The terms dementia and Alzheimer’s are frequently linked together or used synonymously. However, many people are not aware that dementia exists in other forms or types besides Alzheimer’s disease. One lesser-known and unique form of dementia is Lewy body dementia (LBD). Frequently misdiagnosed for other memory-related conditions, it’s important to know how to spot the early symptoms of Lewy body dementia so that you can provide the best care for your loved one.
What is Lewy Body Dementia?
Lewy body dementia is a disease characterized by abnormal deposits of a protein in the brain. These deposits are called Lewy bodies, named after the neurologist who discovered them. As they accumulate, Lewy bodies alter brain chemistry resulting in changes in thinking, movement, behavior, and mood. LBD is a progressive form of dementia affecting an estimated 1 million people in the United States alone. Lewy bodies also accumulate in Parkinson’s disease; however, they are more widely distributed in the cerebral cortex of the brain with LBD (see below diagram). As such, doctors can have difficulty discerning between the two forms of dementia. The difference lies in the onset of symptoms, whether the physical or cognitive appear first, making it all the more important to recognize changes in behavior.
Image source: The Lewy Body Society
Recognizing the Signs and Symptoms
The signs of Lewy body dementia are often confused with other brain impairments or psychiatric disorders. Symptoms generally begin slowly and develop at varying rates and severities for different people. While not everyone diagnosed will experience all symptoms, here are the most common ways people are affected by LBD.
Visual hallucinations are one of the early and hallmark signs of Lewy body dementia. Individuals affected may see shapes or even people that are not actually present. Other cognitive issues may arise, including confusion, poor attention and memory loss. In the early stages, LBD may present as mild forgetfulness; the individual may brush it off as just a part of normal aging. However, as their condition progresses, cognitive impairment will likely affect daily activities and communication.
For some, the onset of movement changes may be an early, noticeable symptom of LBD. Common mobility problems include slowed movement, rigid muscles, tremors, or general loss of balance and coordination. Look for small changes in your loved one like a shuffling walk or even unusual handwriting. Note that if the onset of cognitive symptoms precedes or begins simultaneously with physical symptoms, physicians will lean towards a Lewy body dementia diagnosis.
Individuals with LBD may develop rapid eye movement (REM) sleep behavior disorder or RBD. With this symptom, the person physically acts out their dreams while asleep. RBD may present as sleep talking, violent movements or falling out of bed. Additionally, excessive daytime sleepiness or insomnia may appear with Lewy body dementia. A sleep study and specialist might be necessary for diagnosing and treating these sleep disorders.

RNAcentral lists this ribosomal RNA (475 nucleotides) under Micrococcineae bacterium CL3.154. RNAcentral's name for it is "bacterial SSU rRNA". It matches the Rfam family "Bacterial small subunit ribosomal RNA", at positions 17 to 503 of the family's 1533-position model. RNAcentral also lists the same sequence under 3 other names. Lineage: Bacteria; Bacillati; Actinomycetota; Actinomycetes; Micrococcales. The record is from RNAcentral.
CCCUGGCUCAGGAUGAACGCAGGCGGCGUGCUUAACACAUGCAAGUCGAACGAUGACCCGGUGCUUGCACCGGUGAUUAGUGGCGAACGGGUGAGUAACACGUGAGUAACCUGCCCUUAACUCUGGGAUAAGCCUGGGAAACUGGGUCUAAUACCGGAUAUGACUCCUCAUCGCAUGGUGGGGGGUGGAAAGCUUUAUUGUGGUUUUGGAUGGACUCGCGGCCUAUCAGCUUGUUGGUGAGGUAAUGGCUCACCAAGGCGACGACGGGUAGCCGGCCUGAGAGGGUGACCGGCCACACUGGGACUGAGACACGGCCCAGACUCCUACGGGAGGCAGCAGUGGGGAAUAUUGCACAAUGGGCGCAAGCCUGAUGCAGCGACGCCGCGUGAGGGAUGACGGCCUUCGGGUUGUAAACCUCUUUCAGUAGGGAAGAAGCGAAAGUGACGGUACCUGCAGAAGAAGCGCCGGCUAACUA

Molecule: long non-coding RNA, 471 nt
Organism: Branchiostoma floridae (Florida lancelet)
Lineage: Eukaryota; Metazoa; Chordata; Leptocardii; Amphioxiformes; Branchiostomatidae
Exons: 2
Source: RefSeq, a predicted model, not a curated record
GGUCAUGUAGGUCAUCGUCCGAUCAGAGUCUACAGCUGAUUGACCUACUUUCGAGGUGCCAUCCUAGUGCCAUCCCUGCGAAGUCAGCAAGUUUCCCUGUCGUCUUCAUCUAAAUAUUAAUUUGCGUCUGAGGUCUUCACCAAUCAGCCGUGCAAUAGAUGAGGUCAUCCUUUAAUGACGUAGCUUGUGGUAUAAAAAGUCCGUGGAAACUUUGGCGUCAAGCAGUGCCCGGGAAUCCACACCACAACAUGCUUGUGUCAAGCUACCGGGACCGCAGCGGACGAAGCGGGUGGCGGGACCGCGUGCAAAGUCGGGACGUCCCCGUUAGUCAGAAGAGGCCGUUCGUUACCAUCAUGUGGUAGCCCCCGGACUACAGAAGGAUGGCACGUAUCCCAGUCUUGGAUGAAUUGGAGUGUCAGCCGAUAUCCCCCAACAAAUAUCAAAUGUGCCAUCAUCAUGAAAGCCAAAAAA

Mood and Behavior Changes
Depression and apathy are common symptoms of LBD. Paranoia and delusions may also occur but could be mistaken for psychiatric disorders. If you or your loved one has persistent feelings of sadness, worthlessness, or lack of interest in previously enjoyable activities, contact their care provider. Be sure to report any other noticeable changes in mood or behavior like increased anxiety or agitation.
Autonomic Nervous System Symptoms
The autonomic nervous system is the control center for unconscious bodily functions. It regulates vital functions like heart rate, digestion, respiration and urination. Unfortunately, this system is frequently disrupted in Lewy body dementia. Symptoms may begin early and include urinary incontinence, changes in body temperature, or constipation. Additionally, sudden drops in blood pressure can occur, leading to dizziness and increased fall risk.
Lewy Body Dementia Diagnosis: Next Steps
In the early stages, symptoms will likely be mild, allowing the individual to function fairly normally. Unfortunately, because many of the signs of Lewy body dementia are similar to other conditions or forms of dementia, it’s often misdiagnosed. This can lead to potentially wrong and harmful medications.
As LBD advances and cognition and mobility decline, your loved one will likely require more help. While there is currently no cure for dementia, some early symptoms of Lewy body dementia could respond to medication and various therapies. If you receive a Lewy body dementia diagnosis, begin researching care and treatment options.
A memory care community can provide around-the-clock care, progressive programming, activities and meal plans specifically geared towards unique needs. Moreover, when your loved one lives in memory care, the staff is trained to notice even slight differences in behaviors or symptom progressions, which can help with a precise Lewy body dementia diagnosis.
Call us today to speak to the expertly-trained staff at our memory care community, Arbor.